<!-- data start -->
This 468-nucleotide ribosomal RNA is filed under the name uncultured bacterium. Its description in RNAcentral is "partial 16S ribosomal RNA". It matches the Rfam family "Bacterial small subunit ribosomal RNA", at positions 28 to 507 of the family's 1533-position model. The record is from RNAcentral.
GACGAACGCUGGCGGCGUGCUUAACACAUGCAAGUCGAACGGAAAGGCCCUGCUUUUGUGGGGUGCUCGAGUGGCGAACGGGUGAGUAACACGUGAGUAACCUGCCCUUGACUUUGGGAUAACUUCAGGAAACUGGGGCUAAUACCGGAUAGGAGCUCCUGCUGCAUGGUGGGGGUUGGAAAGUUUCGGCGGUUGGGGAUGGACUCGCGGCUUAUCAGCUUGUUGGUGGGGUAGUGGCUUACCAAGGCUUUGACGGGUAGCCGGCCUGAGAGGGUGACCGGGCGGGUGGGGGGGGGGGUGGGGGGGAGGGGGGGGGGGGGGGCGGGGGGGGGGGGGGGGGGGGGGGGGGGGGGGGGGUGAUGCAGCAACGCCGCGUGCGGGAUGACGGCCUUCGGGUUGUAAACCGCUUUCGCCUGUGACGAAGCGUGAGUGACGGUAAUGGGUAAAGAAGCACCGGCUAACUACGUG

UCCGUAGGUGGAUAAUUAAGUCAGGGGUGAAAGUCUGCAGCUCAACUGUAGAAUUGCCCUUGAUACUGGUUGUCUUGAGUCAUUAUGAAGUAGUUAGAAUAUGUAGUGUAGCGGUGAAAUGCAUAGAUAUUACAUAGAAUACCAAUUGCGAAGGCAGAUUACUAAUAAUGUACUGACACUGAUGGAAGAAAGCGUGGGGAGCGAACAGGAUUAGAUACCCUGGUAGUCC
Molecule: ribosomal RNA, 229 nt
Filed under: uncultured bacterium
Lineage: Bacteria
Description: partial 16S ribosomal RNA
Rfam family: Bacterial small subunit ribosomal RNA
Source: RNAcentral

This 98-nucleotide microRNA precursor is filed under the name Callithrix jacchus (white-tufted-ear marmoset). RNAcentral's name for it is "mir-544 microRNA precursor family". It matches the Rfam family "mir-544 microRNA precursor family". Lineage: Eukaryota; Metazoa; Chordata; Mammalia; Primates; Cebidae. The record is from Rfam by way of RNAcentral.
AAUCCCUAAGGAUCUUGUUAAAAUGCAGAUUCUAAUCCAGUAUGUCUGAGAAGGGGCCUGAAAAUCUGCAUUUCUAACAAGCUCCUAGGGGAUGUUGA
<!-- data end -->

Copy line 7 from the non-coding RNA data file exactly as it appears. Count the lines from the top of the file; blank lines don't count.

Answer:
Description: partial 16S ribosomal RNA